Michael Wolraich's picture

    Waiting for the GOP to Die

    Demographics, we've heard, are pro-Democrat. In a few years, a wave of young Latinos will swamp those dastardly Republicans in their southern redoubts, and then the donkey will soar again. Huzzah!

    But wait, it get's better. According to Michael Tomasky of the Daily Beast, "even working-class white people" are preparing to join the glorious Democratic demographic revolution. He discovered a Brookings poll that proves, "White working-class millennials are fairly liberal!"

    In short, all we have to do is wait a decade or two for the new golden age of Democratic hegemony to come roaring back to Washington, courtesy of the aging process.

    I call this the Wait for the Old Farts to Die strategy.

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    Michael Wolraich's picture

    Snowden, Prism, and Us - Food for Thought

    "I don't want public attention because I don't want the story to be about me. I want it to be about what the US government is doing."

    -- Edward Snowden, June 9, 2013

     

    Media References, June 9-30, 2013

      Google Dagblog
      News articles Blog posts News links Comments
    Prism 155,000 0 4 45
    Edward Snowden 637,000,000 10 14 313
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    Michael Wolraich's picture

    Better Gun Control

    Last February, I wrote what columnists like to call a "think piece" about an alternative approach to gun control (with the implication that most punditry does not involve thinking).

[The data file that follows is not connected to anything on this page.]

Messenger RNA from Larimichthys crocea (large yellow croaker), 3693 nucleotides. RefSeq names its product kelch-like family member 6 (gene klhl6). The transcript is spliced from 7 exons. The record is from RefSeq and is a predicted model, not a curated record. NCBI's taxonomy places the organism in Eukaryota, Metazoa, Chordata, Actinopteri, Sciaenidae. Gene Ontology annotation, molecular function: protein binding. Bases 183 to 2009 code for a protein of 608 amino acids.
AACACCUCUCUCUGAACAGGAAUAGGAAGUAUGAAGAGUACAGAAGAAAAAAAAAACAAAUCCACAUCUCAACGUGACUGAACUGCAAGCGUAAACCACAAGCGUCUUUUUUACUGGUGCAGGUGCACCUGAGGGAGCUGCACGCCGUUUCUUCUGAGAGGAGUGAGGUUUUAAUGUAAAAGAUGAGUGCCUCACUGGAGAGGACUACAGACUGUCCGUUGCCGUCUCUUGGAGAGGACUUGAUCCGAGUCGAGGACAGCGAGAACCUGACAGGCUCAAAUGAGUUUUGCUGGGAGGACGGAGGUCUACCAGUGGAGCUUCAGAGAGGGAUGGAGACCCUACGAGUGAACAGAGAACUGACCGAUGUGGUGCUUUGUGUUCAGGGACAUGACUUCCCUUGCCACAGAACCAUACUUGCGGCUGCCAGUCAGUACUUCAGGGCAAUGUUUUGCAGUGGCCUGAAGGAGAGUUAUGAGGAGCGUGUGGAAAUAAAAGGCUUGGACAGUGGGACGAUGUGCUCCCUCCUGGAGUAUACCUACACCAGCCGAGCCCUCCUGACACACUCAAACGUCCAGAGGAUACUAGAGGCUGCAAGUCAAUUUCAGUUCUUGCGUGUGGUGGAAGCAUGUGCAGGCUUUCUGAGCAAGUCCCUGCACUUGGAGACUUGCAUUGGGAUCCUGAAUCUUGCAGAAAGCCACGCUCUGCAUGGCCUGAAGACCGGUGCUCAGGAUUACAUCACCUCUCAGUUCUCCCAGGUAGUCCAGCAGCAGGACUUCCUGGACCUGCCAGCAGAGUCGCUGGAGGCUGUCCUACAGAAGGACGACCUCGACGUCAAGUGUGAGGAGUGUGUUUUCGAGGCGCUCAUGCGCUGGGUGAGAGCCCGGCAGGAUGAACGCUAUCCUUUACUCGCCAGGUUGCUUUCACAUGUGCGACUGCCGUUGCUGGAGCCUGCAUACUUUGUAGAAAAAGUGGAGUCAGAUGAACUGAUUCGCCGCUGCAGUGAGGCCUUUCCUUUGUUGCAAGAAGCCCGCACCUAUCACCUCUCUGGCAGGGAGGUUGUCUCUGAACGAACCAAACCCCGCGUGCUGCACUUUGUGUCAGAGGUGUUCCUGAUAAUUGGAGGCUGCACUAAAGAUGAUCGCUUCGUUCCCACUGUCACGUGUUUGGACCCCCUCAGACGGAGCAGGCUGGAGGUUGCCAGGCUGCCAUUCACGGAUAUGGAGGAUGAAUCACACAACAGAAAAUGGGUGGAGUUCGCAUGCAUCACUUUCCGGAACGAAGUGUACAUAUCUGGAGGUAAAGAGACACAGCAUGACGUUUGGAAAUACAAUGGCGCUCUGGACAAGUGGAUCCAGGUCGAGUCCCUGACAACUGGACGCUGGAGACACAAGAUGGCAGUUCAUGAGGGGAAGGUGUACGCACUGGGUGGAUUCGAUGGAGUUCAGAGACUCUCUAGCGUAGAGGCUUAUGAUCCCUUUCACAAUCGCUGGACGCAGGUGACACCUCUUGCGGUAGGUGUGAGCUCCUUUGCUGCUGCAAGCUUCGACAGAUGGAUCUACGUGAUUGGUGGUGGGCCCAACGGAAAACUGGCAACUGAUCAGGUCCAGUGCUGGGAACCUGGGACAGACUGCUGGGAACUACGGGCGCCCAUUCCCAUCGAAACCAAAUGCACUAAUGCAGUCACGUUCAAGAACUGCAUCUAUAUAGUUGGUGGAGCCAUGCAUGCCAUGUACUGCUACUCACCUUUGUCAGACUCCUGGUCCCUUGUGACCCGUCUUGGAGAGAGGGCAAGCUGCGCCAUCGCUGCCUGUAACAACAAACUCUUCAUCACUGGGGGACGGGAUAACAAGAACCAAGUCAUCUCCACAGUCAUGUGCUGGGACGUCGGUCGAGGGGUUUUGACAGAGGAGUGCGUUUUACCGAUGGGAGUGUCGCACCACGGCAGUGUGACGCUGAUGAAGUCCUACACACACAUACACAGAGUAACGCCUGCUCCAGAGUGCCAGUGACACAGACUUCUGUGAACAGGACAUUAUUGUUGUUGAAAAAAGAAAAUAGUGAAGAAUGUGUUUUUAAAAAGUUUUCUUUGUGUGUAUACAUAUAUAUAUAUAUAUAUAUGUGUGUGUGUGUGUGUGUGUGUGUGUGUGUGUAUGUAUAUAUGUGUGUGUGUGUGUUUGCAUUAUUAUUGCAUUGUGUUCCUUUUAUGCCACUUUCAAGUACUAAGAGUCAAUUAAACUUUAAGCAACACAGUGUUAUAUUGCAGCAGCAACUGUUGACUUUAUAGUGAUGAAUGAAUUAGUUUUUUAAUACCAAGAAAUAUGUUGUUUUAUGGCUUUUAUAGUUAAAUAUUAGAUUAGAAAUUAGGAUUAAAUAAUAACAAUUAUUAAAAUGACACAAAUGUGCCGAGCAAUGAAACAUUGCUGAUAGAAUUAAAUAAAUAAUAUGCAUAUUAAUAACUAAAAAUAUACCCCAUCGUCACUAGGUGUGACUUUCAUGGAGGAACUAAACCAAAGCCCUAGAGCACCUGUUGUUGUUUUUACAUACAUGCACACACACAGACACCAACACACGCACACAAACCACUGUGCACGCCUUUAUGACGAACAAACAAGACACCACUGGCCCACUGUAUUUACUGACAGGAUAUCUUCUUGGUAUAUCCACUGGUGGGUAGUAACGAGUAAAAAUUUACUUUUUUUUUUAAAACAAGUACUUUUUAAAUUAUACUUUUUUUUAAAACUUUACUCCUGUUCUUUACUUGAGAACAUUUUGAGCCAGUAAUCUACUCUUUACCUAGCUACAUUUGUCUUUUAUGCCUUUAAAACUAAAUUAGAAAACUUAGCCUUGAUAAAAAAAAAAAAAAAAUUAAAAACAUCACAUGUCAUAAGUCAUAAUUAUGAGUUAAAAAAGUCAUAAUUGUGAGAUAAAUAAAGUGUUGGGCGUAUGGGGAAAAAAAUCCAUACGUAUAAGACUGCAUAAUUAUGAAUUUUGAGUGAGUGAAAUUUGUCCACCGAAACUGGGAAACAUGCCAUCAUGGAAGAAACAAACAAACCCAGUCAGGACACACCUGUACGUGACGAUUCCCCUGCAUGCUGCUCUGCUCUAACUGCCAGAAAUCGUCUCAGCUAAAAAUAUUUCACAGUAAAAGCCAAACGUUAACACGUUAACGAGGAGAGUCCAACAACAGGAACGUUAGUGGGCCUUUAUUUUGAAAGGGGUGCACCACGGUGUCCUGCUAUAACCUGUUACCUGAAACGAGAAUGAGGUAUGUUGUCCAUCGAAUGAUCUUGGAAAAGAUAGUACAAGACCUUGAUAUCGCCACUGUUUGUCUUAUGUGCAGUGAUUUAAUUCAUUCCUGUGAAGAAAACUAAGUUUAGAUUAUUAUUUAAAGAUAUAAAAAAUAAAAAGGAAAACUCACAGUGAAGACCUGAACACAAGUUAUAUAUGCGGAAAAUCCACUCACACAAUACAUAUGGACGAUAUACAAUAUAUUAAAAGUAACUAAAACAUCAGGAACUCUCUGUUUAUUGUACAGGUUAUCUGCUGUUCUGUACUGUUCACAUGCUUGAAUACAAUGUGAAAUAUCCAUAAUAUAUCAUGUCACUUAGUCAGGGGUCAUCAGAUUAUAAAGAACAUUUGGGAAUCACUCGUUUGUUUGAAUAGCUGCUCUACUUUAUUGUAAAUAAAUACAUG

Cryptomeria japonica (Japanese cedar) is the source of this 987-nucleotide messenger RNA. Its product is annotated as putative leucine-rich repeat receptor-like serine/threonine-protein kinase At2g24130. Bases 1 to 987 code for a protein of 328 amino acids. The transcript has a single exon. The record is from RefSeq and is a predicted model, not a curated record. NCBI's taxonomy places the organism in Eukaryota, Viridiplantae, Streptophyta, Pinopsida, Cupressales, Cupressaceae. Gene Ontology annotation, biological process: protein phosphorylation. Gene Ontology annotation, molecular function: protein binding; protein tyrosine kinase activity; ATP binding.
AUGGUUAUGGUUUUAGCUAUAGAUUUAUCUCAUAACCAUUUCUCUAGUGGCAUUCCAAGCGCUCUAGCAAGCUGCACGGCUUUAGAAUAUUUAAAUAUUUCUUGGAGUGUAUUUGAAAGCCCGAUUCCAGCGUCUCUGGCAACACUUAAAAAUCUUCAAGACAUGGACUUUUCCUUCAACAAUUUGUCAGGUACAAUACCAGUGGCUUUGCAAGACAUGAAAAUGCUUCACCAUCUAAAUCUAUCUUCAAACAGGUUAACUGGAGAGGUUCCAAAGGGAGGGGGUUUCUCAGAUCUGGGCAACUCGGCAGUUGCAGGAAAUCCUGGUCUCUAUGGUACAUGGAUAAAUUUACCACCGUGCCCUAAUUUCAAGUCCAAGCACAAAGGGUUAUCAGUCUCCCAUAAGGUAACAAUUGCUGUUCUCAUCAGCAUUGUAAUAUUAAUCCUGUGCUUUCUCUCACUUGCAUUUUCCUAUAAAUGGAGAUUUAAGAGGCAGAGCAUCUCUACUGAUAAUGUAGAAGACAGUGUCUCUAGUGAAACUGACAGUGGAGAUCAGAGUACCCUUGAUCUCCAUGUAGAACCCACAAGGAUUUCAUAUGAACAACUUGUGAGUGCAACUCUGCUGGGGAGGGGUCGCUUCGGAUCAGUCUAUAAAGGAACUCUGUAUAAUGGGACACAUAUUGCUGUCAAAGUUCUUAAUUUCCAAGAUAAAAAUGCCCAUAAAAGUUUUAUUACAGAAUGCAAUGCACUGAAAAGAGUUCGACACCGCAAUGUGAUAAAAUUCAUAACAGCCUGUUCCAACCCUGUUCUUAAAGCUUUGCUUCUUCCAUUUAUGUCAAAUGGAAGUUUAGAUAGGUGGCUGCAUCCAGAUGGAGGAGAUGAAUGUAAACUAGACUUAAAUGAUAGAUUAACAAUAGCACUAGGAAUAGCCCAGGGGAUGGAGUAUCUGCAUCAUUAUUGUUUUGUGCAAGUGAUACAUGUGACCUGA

My proposal was to tax gun manufacturers and retailers based on the lethality of their merchandise, as measured by crime statistics. The hope was to incentivize companies to create their own safeguards against misuse, in essence to financially discourage them from making weapons that appeal to criminals and from selling to customers who are likely to use the guns for crime.

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    Michael Wolraich's picture

    Iran's Last Chance

    Hassan Rouhani, Iran's newly elected president, will serve for four years. By the end of his term, Iran and the U.S. will either reach an agreement, or they will go to war.

    Last March, Obama told an Israeli television station that it would take "over a year or so" for Iran to develop a nuclear weapon, the first time an American president stated a timeframe on the record. The dates coincide with a U.S. intelligence estimate during George W. Bush's administration: "sometime during the 2010-2015 time-frame."

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    Michael Wolraich's picture

    I Don't Give a Damn About Privacy

    Go ahead, collect my phone records, track my websurfing, analyze my email.  I don't give a damn.

    I do not write this out of any loyalty to Obama or because I worry about the Terrorist Threat.  I simply do not care about my data privacy and never have.

    Why should I? My buying habits are ordinary, my emails are pedestrian, my phone calls would bore any spy to tears, my political opinions are very public and published under my own name. As long as no one spams me or steals my identity, why should I care what they do with my data?

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    Michael Wolraich's picture

    Obama Scandals: The Quest for the Perfect "Gate"

    At last! Republicans have been awaiting this moment for five long years, the day that Obama finally gets his gate. You see, every two-term president has a defining scandal that renders him permanently villainous and/or ridiculous. By hallowed convention, the scandal must end with word "gate."

    Nixon started it with the gate to begin all gates, Watergate. Ronald Reagan followed up with Irangate. Bill Clinton enthralled us with Monicagate. George W. Bush gave us Plamegate.

    And now Obama has got his own gate...or rather his own gates. Since no single scandal is big enough bring him down, Republicans and pundits are eagerly gathering them up in a big stinking pile of nefariousness: IRSBenghAPgate!